Time Is The Fire In Which Generations Can Burn – Part 4
Of course not. Instead we get a little insight into the mind of Jean Luc Picard. Apparently he’s a traditional Christmas type person, and when I say traditional I mean he dresses up his family like they’re from the 19th century. This whole scene reminds me of Kathryn Janeway’s Governess holonovel, and I didn’t understand her love of that either.
Okay, so I understand why Picard might be craving a family at this particular moment. He’s still stricken with the grief of losing his brother and nephew so family is foremost on his mind. But I really don’t understand why they seem to be from a time period a full 500 years in the past. We’ve seen Picard likes aspects of the past, from Dixon Hill to his archeology, but even when he visited his brother on his vineyard on Earth after the Borg has assimilated him it was more modern than this!
Of course, the blissful happiness for Jean Luc Picard lasts about five minutes. Earlier in the movie, Guinan described the Nexus as being wrapped inside joy, but good old Captain Picard sees through the whole thing the minute he sees a flash of light in a Christmas bauble. Oh yes, about those stars blowing up…
Oh, hiya Guinan.
Literally from nowhere, Guinan shows up. Not that she’s the only thing to show up out of the blue, as Picard’s communicator is with him for the duration of his stay in the Nexus. No explanation, so we can only imagine that he’s imagined he has one and the Nexus was only to happy to oblige. But back to Guinan’s sudden appearance.
Well, it is and it isn’t Guinan. She explains that she’s actually an echo of the person that he knows, no doubt a call back to her other description of being “ripped” away by the Enterprise-B’s transporter. Pesky things those transporters, they have a habit of leaving behind duplicates. Good and evil Kirk, Will and Thomas Riker, now two Guinans.
Hang on though, doesn’t that also mean there’s two Sorens? After all, he was ripped away at the same time as Guinan. Indeed, there should be two of every one of those 47 survivors that were rescued earlier in the movie.
Why is that important? Well, in the conversation that follows Guinan tells Picard that she can’t go with him as she’s already there. What, the two of you can’t exist in the same place at the same time? Well how come Soren was able to enter the Nexus then? He’s already in there! That would have been a real blow to his plans. Can you imagine him going through all that star destroying only for the energy ribbon to pick up Picard and not him?! The look of horror on his face as it would have kept going and he realised he was about to be destroyed himself. You could have done that little extra bit and not even had to change the movie!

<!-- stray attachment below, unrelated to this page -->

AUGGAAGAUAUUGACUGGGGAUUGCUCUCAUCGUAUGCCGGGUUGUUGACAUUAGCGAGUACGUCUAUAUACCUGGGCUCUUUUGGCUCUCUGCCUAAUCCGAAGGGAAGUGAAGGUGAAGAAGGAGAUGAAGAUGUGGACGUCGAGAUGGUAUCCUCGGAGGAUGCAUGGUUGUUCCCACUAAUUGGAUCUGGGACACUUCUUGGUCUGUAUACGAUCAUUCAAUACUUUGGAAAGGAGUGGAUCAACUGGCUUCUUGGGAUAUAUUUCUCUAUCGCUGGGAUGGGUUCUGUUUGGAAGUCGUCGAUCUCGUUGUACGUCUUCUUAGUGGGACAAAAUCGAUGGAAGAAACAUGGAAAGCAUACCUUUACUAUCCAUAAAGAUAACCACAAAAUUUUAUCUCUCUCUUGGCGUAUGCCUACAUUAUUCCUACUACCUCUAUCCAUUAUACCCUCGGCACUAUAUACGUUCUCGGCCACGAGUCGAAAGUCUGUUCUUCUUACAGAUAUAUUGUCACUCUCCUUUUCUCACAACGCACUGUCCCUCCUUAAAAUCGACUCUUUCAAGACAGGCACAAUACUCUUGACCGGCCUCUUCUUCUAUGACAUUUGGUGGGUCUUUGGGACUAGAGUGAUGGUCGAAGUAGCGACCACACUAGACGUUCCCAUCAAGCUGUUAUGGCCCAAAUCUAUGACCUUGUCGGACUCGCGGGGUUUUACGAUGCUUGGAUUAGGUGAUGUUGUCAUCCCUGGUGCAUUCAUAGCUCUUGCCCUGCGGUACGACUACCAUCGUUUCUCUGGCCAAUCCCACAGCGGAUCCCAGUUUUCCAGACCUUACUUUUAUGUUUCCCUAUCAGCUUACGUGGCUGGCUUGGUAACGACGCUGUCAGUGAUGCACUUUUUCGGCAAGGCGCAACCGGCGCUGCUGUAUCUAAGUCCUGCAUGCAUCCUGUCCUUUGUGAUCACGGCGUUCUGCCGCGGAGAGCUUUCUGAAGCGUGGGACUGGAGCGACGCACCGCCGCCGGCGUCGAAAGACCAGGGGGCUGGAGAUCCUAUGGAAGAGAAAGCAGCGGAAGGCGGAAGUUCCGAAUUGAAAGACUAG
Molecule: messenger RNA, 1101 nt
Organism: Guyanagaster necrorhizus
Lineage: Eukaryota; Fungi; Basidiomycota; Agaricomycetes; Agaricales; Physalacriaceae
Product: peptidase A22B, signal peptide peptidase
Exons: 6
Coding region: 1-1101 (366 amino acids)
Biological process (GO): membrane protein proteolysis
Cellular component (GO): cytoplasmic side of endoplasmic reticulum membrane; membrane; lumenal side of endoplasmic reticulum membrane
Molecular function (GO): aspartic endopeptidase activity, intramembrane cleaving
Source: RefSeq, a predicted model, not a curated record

Anyway, never mind that as we’ll just assume the Nexus is different and will re-integrate the two Sorens when he returns. No, there was a far bigger point made in that same conversation that blows yet another massive hole in this already flimsy movie.
Guinan tells Picard that in the Nexus time has no meaning. Okay, so what does that mean? Well, that means that if Picard wants to leave the Nexus then he can go to any place, any time.
Okay, first, how does that work? Any time I can accept if “time has no meaning” there. But any place? Surely you’d need to go somewhere that the energy ribbon was? That’s the gateway to the Nexus after all! So you’re trying to tell me that you need to be in the right place at the right time to get into the Nexus, but if you want to leave you can literally go anywhere? I’m not buying that at all. But lets just pretend that it’s a magic gateway where the ribbon’s location only matters for those wishing to enter the Nexus but not those wishing to leave it, all for the sake of argument number two.
Picard decides he wants to go the mountain top on Veridian III just before Soren destroys the star.
Really? You can go anywhere, any time, and you choose the battle you lost already when the odds were stacked in Soren’s favour?
Not, say, to that point in time when you were talking to him in Ten Forward? Never mind not destroying the Veridian star, how about not destroying the Amargosa star either? In fact, lets go back to before the Romulans attacked the observatory and maybe stop that particular tragedy happening. I don’t think they ever said how many casualties there were on the station, but there were certainly a few.
Actually, how about we remember that Picard is standing in his family house because family is on his mind and we head back to Earth to stop the fire that killed his brother and nephew? Do that and he can phone in the issues with Soren! That way his family are safe, the Amargosa and Veridian stars are still intact, Soren gets taken into custody for stealing the Trilithium and – unknown to Picard at this point in time – the Enterprise-D stays in one piece too!
No, instead, lets go back to the most ridiculously difficult bit of the day. Screw Robert and Rene, the Amargosa observatory staff, and making life easy for himself. Utterly, utterly unfathomable. And don’t tell me it’s a temporal investigations issue, because wanting to go back and stop Soren will be breaking their rules anyway! If you want to avoid them, you’ll have to leave the Nexus at the point you entered it.
So, Picard has decided where he wants to go and Guinan can’t help him. But she knows a guy who can…
Suddenly the scene changes and we’re outside a nice little cabin tucked away in the woods with mountains off in the distance. Picard sees someone chopping wood and quickly realises who it is. It’s Captain Kirk!